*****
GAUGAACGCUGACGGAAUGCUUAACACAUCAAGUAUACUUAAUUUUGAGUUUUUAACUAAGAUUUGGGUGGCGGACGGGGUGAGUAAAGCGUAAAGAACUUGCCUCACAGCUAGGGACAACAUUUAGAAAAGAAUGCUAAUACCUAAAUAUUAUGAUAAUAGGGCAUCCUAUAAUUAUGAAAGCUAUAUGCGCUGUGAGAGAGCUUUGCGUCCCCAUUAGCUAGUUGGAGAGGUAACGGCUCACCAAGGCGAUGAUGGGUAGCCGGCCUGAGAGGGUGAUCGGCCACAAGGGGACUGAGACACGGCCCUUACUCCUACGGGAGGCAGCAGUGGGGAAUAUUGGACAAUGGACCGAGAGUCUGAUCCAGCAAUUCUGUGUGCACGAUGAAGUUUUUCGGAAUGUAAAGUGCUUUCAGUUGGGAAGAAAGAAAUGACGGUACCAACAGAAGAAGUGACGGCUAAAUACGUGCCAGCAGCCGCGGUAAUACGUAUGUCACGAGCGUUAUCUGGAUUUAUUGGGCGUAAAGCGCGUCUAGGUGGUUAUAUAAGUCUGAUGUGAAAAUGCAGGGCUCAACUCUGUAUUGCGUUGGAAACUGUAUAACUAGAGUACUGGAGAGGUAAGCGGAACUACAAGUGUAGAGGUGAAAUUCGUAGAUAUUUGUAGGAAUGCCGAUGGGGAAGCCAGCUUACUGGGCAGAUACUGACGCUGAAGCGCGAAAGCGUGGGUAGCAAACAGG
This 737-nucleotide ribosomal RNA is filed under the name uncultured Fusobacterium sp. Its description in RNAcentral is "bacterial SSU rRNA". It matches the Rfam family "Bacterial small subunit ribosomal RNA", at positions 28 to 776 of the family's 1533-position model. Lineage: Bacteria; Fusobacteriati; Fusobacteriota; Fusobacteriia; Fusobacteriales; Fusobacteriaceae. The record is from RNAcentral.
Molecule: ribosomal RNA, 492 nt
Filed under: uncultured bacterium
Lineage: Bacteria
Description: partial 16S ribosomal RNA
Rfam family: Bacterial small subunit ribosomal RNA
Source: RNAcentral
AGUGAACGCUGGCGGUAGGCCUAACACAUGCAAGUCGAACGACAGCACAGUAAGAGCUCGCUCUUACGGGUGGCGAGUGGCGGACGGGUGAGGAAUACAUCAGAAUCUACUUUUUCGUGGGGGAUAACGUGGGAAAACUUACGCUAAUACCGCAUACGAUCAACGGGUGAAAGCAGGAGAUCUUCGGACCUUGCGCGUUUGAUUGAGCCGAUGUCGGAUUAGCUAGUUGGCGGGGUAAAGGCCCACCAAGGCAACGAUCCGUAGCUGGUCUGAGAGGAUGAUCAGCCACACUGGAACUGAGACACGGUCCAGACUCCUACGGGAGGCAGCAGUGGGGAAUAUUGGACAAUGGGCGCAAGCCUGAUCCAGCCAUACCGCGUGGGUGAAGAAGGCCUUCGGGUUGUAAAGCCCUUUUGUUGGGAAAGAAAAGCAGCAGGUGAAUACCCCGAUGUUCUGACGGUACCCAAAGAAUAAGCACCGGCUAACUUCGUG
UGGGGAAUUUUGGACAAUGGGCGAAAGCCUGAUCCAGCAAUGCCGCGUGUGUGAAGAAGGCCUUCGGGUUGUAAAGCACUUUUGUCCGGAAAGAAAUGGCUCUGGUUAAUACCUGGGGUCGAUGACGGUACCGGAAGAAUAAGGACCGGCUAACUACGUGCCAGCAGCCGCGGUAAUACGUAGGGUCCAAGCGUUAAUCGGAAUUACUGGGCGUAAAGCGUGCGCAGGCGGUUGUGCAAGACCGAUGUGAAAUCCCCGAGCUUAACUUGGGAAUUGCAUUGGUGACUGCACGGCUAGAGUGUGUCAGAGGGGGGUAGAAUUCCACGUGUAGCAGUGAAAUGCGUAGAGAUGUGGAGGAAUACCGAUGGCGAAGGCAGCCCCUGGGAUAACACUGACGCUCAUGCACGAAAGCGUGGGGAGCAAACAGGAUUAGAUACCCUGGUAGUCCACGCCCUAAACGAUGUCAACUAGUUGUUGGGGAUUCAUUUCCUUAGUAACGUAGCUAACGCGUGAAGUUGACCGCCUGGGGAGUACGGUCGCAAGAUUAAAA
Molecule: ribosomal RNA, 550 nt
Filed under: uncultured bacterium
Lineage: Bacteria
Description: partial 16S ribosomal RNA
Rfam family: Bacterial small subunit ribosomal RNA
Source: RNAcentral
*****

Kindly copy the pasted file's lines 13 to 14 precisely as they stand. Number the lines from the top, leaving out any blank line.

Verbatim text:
Lineage: Bacteria
Description: partial 16S ribosomal RNA